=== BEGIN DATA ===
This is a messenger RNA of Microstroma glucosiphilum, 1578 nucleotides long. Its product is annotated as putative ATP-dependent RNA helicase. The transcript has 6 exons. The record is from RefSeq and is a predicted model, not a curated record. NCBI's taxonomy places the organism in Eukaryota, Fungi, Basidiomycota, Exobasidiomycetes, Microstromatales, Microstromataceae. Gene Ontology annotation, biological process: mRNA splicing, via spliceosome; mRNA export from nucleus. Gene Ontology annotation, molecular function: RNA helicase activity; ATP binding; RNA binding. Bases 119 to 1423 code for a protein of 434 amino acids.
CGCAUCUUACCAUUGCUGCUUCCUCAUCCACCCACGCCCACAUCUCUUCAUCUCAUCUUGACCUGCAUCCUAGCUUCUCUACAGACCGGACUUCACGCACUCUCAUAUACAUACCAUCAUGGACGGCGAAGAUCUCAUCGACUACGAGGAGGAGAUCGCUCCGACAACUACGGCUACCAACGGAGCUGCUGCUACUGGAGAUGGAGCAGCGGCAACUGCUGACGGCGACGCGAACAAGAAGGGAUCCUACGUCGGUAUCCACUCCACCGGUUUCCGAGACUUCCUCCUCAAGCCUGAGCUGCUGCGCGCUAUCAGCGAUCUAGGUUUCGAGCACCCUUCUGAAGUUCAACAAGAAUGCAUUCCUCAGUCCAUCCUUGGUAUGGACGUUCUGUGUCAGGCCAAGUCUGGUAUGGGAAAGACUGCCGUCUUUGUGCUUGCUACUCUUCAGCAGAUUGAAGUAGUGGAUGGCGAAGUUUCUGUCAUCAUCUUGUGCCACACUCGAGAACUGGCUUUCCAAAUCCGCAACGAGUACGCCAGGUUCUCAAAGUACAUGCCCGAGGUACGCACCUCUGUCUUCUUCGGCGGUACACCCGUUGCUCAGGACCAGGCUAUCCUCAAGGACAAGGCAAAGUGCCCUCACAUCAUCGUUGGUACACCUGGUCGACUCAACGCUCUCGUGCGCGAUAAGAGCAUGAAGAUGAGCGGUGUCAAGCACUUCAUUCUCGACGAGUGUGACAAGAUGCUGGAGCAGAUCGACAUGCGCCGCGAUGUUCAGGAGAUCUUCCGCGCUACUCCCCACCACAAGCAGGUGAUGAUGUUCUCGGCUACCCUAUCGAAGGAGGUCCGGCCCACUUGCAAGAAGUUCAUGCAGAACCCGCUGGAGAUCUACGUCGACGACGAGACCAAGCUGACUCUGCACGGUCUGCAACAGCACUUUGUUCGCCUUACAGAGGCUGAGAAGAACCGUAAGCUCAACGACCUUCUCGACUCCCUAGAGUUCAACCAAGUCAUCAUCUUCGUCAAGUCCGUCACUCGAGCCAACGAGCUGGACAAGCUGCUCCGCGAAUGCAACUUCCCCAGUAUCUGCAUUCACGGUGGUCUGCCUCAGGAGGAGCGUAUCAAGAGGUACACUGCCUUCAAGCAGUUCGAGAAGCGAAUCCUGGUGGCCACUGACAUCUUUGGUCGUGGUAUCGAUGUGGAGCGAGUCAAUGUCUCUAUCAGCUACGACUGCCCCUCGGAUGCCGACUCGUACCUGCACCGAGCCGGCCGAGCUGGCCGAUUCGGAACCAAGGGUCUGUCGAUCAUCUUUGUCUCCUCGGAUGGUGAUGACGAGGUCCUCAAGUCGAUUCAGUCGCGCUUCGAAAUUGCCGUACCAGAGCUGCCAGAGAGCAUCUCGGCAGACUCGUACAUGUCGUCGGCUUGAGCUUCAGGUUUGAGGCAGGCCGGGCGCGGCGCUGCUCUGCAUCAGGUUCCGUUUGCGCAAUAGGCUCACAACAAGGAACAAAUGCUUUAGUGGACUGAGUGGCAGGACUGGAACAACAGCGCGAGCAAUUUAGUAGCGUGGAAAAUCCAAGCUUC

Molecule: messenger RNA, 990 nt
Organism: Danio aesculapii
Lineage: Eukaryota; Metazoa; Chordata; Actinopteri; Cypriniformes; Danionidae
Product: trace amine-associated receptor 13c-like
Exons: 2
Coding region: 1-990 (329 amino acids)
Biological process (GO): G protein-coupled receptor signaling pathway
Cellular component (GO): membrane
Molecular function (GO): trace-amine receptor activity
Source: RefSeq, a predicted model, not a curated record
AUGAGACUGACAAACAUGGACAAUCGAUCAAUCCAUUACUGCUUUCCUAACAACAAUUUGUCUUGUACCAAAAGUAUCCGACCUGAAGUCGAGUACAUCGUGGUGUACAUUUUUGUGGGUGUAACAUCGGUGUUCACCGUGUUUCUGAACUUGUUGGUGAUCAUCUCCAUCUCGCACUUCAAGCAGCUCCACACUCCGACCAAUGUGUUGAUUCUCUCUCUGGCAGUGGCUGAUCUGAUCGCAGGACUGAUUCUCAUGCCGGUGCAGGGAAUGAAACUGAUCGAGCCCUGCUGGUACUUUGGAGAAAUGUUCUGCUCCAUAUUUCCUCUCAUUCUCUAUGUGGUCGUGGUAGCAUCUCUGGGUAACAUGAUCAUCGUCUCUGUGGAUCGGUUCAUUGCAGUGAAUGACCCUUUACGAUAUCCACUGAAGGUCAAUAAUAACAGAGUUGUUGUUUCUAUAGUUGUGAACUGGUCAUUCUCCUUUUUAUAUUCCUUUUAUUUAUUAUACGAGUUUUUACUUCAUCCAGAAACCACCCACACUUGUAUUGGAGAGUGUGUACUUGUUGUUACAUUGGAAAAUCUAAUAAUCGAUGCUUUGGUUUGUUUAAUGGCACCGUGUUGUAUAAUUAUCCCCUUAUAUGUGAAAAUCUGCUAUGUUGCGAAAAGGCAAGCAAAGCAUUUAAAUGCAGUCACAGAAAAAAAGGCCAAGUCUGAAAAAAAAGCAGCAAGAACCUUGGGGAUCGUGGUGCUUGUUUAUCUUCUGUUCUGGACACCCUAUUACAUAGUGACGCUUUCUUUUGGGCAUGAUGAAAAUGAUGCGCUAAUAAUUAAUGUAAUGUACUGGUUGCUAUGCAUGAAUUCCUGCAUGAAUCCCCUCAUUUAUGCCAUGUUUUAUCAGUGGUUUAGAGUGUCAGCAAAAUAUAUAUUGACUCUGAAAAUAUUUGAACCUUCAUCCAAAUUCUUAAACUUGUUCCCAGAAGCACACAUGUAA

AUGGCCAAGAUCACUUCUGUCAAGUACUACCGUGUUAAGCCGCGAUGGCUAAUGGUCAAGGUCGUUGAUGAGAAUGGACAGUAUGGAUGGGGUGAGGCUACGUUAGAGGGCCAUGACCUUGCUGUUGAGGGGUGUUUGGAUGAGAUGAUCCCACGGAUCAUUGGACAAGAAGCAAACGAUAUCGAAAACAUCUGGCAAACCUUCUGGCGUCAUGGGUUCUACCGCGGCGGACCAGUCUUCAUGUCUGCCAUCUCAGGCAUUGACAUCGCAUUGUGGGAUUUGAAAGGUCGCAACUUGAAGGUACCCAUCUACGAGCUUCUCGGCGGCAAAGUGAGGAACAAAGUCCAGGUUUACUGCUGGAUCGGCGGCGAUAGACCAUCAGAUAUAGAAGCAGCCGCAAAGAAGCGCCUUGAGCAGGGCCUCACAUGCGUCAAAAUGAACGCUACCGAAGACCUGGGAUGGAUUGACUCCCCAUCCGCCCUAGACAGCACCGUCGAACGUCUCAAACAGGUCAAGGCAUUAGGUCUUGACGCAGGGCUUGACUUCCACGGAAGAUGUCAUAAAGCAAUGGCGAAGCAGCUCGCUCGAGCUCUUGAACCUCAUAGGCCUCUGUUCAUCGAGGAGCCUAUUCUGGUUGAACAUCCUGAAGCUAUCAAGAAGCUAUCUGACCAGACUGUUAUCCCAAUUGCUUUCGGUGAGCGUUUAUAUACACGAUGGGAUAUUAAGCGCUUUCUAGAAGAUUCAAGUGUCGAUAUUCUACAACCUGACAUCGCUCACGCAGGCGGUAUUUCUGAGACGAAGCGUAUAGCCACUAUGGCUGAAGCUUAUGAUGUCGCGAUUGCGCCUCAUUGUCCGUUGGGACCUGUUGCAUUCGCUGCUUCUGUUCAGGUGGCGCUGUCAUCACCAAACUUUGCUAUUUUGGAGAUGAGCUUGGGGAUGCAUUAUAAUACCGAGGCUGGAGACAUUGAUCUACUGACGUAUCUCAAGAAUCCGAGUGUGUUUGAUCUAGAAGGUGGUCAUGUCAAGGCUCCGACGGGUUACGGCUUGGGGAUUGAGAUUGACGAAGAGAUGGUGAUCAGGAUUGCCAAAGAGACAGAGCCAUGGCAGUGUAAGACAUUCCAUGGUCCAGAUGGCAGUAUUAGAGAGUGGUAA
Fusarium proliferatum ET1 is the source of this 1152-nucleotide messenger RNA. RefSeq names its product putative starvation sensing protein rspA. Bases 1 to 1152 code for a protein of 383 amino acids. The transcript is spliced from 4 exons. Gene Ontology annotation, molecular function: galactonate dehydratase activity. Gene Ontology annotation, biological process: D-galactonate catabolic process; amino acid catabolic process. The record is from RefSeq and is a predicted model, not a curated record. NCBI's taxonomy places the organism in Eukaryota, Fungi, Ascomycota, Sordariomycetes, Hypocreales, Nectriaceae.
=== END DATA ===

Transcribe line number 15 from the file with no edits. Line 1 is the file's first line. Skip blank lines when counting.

Fusarium proliferatum ET1 is the source of this 1152-nucleotide messenger RNA. RefSeq names its product putative starvation sensing protein rspA. Bases 1 to 1152 code for a protein of 383 amino acids. The transcript is spliced from 4 exons. Gene Ontology annotation, molecular function: galactonate dehydratase activity. Gene Ontology annotation, biological process: D-galactonate catabolic process; amino acid catabolic process. The record is from RefSeq and is a predicted model, not a curated record. NCBI's taxonomy places the organism in Eukaryota, Fungi, Ascomycota, Sordariomycetes, Hypocreales, Nectriaceae.